Interpretive Summary: Heat stress abatement during the postpartum period: effects on whole lactation milk yield, indicators of metabolic status, inflammatory cytokines, and biomarkers of oxidative stress.
By: Dr. Caitlin Vonderohe
Heat stress is a significant issue in dairy cows around the time of calving. In many cases, cows enter a negative energy balance because the increased demands of lactation are not met by feed intake. As a result, early lactation cows are more prone to metabolic disease such as ketosis, milk fever and hepatic lipidosis. Cows are also unable to properly respond to increases in ambient temperature, due in part to the metabolic changes that occur during this time. Heat-stress, coupled with the other physiologic stresses of early lactation may also result in increased circulation of reactive oxygen species and systemic inflammation. A study recently published in the Journal of Animal Science by Safa et al., entitled “Heat stress abatement during the postpartum period: effects on whole lactation milk yield, indicators of metabolic status, inflammatory cytokines, and biomarkers of oxidative stress” explores how heat stress and heat abatement affects production, immune status, and metabolic and oxidative stress in post-partum Holstein dairy cows.
Forty-six Holstein dairy cows were randomly assigned to one of two treatments, cooling or heat stress, for seven weeks postpartum. Cooling was accomplished with fans and misters, but all other conditions were the same across treatments, including diet. Milk yield was recorded daily, and body condition score was measured weekly throughout the study. Milk samples and blood samples were collected weekly. Milk was analyzed for protein, fat, lactose, and somatic cell count. Blood was analyzed for glucose, beta-hydroxy butyrate, non-esterified fatty acids, total anti-oxidant capacity, reactive oxygen species, tumor necrosis factor-alpha, interleukin 1-alpha, interleukin-2, IgA, Ig-M, and IgG.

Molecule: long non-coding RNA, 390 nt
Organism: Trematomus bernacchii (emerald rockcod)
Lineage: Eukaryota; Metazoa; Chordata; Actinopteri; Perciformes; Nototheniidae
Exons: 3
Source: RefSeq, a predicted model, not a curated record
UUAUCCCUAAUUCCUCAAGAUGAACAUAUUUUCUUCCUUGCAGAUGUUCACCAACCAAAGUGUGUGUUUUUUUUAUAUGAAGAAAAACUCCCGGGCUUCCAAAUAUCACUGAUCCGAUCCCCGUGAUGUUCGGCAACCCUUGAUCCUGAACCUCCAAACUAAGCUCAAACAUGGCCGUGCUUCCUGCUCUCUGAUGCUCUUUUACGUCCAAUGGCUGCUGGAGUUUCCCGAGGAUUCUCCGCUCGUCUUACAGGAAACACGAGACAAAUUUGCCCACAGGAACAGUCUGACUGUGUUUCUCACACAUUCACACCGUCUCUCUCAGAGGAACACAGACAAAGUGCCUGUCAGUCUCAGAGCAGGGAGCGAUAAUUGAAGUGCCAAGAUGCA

Heat stressed cows hat greater rectal temperature, lower dry matter intake and produced 1,442 kg less milk than the cooled cows. Feed efficiency was improved in the cooled compared to heat stressed cows. Cooled cows had greater plasma glucose, beta-hydroxy butyrate and non-esterified fatty acid levels compared to the heat stressed cows. Heat stressed cows had greater levels of total-antioxidant capacity, and ROS was higher in weeks 1, 5, 6, and 7. However, heat stressed cows had lower levels of TNF-α, IL-1α, and IL-2. Plasma levels of IgM and IgG were higher in cooled cows throughout the study.
Overall, this study showed that cooling heat-stressed dairy cows can improve dry matter intake, performance, support the cow through the metabolic changes that occur around parturition, and reduce systemic inflammation and reactive oxygen species. The marked benefits of cooling indicate that it is an appropriate management strategy for heat stressed dairy cows to maximize cow health and productivity, particularly in the post-partum period.
To view the full article, visit the Journal of Animal Science.